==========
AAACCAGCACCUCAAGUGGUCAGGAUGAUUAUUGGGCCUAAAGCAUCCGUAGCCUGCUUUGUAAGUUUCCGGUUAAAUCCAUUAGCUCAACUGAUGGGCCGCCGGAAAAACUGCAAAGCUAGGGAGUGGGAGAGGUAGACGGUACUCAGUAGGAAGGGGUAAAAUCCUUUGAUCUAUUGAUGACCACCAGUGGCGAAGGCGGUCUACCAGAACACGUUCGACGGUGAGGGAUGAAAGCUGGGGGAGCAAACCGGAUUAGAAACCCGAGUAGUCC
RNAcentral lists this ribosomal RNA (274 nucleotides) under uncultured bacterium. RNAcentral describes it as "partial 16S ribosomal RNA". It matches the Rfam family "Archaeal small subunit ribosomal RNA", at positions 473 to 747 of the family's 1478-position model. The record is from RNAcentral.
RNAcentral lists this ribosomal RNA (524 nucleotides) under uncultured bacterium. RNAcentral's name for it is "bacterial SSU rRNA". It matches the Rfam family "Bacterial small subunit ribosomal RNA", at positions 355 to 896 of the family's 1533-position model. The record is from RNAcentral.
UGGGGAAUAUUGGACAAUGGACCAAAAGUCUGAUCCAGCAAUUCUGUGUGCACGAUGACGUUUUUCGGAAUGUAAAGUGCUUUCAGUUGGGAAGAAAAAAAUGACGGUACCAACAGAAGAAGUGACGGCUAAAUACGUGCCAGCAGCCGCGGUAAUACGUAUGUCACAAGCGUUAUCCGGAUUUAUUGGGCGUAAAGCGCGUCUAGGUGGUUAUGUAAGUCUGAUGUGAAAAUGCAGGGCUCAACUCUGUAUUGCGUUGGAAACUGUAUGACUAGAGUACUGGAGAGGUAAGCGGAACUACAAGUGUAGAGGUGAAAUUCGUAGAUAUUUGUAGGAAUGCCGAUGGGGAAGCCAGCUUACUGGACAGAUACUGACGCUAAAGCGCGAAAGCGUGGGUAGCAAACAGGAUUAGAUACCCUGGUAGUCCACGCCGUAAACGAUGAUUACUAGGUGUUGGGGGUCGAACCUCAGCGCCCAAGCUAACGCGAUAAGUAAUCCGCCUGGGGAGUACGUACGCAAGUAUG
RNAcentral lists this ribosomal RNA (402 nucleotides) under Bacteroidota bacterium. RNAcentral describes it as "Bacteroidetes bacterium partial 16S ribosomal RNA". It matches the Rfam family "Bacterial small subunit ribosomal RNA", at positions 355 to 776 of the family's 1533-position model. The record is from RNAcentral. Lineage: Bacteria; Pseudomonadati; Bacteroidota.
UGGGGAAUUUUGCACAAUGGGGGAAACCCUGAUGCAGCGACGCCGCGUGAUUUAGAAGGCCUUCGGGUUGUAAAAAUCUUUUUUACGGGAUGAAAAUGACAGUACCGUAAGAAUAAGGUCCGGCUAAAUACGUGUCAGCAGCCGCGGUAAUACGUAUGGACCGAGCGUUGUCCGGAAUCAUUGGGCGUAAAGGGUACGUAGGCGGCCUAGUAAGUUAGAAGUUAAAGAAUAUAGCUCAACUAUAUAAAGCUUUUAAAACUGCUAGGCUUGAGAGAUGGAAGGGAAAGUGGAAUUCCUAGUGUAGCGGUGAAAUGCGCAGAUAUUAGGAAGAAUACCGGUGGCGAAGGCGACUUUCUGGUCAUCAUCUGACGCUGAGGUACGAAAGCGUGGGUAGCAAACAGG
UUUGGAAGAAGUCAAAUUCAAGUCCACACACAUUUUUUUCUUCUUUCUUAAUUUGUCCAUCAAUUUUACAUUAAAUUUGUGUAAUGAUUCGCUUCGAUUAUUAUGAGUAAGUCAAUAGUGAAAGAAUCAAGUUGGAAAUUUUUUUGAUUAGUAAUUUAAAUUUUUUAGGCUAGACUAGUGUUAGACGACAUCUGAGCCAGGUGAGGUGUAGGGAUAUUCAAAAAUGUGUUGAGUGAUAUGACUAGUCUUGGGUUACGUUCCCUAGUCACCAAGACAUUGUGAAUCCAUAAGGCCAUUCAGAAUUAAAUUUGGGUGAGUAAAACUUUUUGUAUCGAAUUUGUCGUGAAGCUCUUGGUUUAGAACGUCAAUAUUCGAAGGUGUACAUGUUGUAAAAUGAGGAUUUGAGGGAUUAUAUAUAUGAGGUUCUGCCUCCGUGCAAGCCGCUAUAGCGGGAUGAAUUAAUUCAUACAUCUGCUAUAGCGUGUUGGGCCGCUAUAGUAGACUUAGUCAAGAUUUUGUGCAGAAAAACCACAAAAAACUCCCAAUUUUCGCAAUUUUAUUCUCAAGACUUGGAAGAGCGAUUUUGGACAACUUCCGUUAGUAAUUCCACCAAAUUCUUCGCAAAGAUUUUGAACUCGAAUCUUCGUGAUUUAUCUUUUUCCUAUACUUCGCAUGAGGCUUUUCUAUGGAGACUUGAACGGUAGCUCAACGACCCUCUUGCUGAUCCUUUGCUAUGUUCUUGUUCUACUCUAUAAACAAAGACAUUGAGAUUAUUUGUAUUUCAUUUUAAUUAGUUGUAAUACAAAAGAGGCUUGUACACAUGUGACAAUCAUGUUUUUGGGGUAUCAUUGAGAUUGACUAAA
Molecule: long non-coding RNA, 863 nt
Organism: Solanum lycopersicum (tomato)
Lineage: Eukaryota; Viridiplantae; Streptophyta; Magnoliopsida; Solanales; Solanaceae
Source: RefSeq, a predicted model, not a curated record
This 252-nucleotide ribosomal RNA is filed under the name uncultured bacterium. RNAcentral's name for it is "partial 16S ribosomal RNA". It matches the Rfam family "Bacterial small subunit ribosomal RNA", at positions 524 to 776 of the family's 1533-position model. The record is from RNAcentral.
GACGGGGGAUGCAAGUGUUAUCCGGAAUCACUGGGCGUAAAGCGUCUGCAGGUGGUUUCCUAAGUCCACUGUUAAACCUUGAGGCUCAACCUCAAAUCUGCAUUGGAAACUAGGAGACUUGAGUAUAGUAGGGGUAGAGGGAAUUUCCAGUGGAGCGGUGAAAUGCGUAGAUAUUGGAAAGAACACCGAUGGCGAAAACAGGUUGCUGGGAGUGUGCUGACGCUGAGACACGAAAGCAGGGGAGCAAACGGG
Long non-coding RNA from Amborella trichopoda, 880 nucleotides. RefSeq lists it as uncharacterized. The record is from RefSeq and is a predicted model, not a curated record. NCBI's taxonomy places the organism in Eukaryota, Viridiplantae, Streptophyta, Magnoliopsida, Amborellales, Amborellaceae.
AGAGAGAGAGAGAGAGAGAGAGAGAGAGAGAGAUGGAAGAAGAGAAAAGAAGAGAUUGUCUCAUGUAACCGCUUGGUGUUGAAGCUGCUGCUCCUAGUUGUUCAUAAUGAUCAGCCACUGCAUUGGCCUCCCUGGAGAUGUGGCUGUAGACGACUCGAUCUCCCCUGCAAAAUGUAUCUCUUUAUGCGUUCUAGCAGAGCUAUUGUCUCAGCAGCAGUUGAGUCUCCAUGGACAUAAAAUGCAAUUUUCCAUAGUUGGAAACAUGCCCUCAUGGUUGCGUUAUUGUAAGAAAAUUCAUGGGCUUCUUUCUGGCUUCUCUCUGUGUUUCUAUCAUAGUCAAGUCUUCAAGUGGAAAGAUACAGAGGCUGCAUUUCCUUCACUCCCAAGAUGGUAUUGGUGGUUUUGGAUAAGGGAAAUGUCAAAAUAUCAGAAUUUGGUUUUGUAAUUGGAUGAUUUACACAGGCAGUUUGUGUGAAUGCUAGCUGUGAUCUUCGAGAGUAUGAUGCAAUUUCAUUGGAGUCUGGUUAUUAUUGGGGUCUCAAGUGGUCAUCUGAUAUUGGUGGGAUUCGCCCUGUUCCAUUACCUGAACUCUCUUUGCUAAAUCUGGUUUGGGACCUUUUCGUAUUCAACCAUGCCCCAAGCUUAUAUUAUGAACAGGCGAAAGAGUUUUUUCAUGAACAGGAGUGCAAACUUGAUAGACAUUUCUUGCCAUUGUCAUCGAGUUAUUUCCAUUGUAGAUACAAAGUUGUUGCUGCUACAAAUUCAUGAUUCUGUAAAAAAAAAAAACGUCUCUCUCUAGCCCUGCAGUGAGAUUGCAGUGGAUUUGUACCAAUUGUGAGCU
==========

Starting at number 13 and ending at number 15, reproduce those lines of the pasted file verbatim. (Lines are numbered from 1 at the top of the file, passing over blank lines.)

GACGGGGGAUGCAAGUGUUAUCCGGAAUCACUGGGCGUAAAGCGUCUGCAGGUGGUUUCCUAAGUCCACUGUUAAACCUUGAGGCUCAACCUCAAAUCUGCAUUGGAAACUAGGAGACUUGAGUAUAGUAGGGGUAGAGGGAAUUUCCAGUGGAGCGGUGAAAUGCGUAGAUAUUGGAAAGAACACCGAUGGCGAAAACAGGUUGCUGGGAGUGUGCUGACGCUGAGACACGAAAGCAGGGGAGCAAACGGG
Long non-coding RNA from Amborella trichopoda, 880 nucleotides. RefSeq lists it as uncharacterized. The record is from RefSeq and is a predicted model, not a curated record. NCBI's taxonomy places the organism in Eukaryota, Viridiplantae, Streptophyta, Magnoliopsida, Amborellales, Amborellaceae.
AGAGAGAGAGAGAGAGAGAGAGAGAGAGAGAGAUGGAAGAAGAGAAAAGAAGAGAUUGUCUCAUGUAACCGCUUGGUGUUGAAGCUGCUGCUCCUAGUUGUUCAUAAUGAUCAGCCACUGCAUUGGCCUCCCUGGAGAUGUGGCUGUAGACGACUCGAUCUCCCCUGCAAAAUGUAUCUCUUUAUGCGUUCUAGCAGAGCUAUUGUCUCAGCAGCAGUUGAGUCUCCAUGGACAUAAAAUGCAAUUUUCCAUAGUUGGAAACAUGCCCUCAUGGUUGCGUUAUUGUAAGAAAAUUCAUGGGCUUCUUUCUGGCUUCUCUCUGUGUUUCUAUCAUAGUCAAGUCUUCAAGUGGAAAGAUACAGAGGCUGCAUUUCCUUCACUCCCAAGAUGGUAUUGGUGGUUUUGGAUAAGGGAAAUGUCAAAAUAUCAGAAUUUGGUUUUGUAAUUGGAUGAUUUACACAGGCAGUUUGUGUGAAUGCUAGCUGUGAUCUUCGAGAGUAUGAUGCAAUUUCAUUGGAGUCUGGUUAUUAUUGGGGUCUCAAGUGGUCAUCUGAUAUUGGUGGGAUUCGCCCUGUUCCAUUACCUGAACUCUCUUUGCUAAAUCUGGUUUGGGACCUUUUCGUAUUCAACCAUGCCCCAAGCUUAUAUUAUGAACAGGCGAAAGAGUUUUUUCAUGAACAGGAGUGCAAACUUGAUAGACAUUUCUUGCCAUUGUCAUCGAGUUAUUUCCAUUGUAGAUACAAAGUUGUUGCUGCUACAAAUUCAUGAUUCUGUAAAAAAAAAAAACGUCUCUCUCUAGCCCUGCAGUGAGAUUGCAGUGGAUUUGUACCAAUUGUGAGCU